Multiple Stack Zero Operand Computers Today

Stack Computers

Stacks are simple, a child intuitively understands a stack of things and how it works. A stack is a data structure that is accessed from one end or it is a Last In First Out buffer. Stack Computers are machines that have hardware and instructions to facilitate the use of stacks in programs. In the hardware within a processor a stack may be implemented using pointers on the processor or in memory to locations in memory. It can also be implemented as on-chip registers or it may have part of the stack cached in on-chip registers and have the rest of the stack in memory.

Multiple Large Stack Zero Operand Computers

In most architectures one stack is directly supported by hardware and is used to nest subroutine return address, to pass parameters between routines, and for temporary storage of less important local variables within routines. Multiple stack architectures use separate stacks for nesting return addresses and for holding parameters passed between routines. ML0 is a designation for a Multiple stack machine with Large stacks and zero operand notation in the instruction set. [Koopman, 1989]

Machines that connect the ALU to a parameter stack are classed as zero operand architecture because the top of the parameter stack is the implicit operand of instructions. This is also called "pure" stack addressing. There are no parameters added to instructions to specify register selection parameters. Instruction paths are simpler in hardware this way. Stack Computers, published in 1989, listed twenty machines in this catagory. The author, Dr. Koopman, worked on the design of a number of those machines and goes into great detail on the reasoning involved in the decisions regarding architectural tradeoffs. There have been many exciting developments since the book was published.

Minimal Instruction Set Computers

I have been involved with the development of several new generations of state of the art stack computers of a type that we refer to as Minimal Instruction Set Computers. Our goal was not to reach the minimum number of instructions since the minimum is zero and that is not useful. We sought the minimal effective complexity for an architecture that is significantly different than Reduced Instruction Set Computers. [Moore, 1995]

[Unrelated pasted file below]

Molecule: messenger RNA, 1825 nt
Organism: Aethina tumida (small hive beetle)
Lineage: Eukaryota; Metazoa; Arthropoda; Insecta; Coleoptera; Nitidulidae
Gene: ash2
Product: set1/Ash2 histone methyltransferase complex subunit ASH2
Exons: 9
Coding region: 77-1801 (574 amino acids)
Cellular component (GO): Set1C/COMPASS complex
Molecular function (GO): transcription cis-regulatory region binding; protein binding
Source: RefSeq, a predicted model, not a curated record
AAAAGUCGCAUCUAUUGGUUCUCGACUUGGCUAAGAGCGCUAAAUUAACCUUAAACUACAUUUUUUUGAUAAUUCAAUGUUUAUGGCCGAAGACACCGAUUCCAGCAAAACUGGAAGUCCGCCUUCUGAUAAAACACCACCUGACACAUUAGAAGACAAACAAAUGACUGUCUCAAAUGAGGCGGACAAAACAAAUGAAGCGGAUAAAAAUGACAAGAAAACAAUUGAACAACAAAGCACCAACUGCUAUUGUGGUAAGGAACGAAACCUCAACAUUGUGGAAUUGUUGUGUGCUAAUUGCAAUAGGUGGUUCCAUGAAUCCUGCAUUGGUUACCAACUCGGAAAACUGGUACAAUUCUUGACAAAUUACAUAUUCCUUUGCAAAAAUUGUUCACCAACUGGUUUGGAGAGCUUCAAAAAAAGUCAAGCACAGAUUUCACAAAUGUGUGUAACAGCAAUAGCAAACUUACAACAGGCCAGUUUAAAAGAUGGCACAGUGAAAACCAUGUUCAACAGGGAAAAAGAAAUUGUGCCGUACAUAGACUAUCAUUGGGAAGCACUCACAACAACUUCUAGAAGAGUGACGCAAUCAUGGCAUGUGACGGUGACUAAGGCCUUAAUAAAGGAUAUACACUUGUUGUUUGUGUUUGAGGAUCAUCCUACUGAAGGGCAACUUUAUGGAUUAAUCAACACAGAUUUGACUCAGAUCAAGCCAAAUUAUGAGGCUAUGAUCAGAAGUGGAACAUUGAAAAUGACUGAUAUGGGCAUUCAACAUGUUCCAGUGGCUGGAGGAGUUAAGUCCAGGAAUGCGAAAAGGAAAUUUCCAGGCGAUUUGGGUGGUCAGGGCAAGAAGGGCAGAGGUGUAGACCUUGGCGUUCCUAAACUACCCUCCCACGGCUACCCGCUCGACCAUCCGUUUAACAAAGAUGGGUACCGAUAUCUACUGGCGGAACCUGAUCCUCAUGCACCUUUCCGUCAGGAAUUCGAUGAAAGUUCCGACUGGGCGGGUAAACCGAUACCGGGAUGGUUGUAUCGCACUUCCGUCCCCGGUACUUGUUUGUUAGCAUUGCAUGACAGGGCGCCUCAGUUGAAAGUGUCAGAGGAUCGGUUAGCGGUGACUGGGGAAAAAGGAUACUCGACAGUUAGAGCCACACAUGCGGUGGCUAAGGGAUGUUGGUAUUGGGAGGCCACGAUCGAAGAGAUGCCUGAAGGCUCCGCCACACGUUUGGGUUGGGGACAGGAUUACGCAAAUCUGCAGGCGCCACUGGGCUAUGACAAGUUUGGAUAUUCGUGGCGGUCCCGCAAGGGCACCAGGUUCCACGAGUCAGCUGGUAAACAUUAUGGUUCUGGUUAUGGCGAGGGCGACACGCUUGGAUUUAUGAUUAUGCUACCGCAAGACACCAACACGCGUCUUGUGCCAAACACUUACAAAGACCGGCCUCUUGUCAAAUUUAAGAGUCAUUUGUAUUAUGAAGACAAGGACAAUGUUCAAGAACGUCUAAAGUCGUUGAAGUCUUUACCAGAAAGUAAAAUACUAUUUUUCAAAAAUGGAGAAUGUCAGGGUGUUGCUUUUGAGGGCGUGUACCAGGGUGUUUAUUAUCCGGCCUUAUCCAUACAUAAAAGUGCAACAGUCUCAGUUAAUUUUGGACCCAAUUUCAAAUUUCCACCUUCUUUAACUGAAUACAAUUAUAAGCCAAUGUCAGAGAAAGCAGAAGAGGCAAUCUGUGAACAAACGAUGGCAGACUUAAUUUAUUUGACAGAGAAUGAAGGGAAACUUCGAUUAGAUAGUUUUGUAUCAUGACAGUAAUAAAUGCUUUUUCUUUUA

In 1986 I purchased a Forth Kit from Mr. Charles Moore. It used his NOVIX NC4016 microprocessor. His native code optimizing compiler was only a couple of kilobytes and could compile movified versions of the complete system including itself in miliseconds. The NOVIX design used separate busses for the external memories that held the parameter stack, the return address stack, and main memory. The design was remarkably simple and incredibly fast for the time. NOVIX easily beat 80386 with only 4000 gates.

The zero operand architecture seems ideally suited to implementing both the smallest and fastest designs in any given process. The NOVIX chip was faster than Intel's fastest design at the time despite using one hundred times fewer transistors and with Intel using custom VLSI and NOVIX using a gate array! The ML0 design used neither microcode like CISC nor a set of addressable general purpose registers like common RISC designs.

Consider what a typical RISC architecture does to execute an instruction. First an instruction is loaded from memory. Then the instruction is decoded and the type of instruction is known but parameters complicate the process. The hardware paths associated with the location of parameters are decoded and enabled. At this point the instruction can then actually be executed. To get faster performance hardware designers build in multiple execution units in a pipeline so that the multiple steps required by instructions can be overlapped and the machine can execute more instructions per clock cycle. Managing these multi-stage pipelines involves a lot of hardware complexity which in turn slows down the actual speed of each overlapped unit.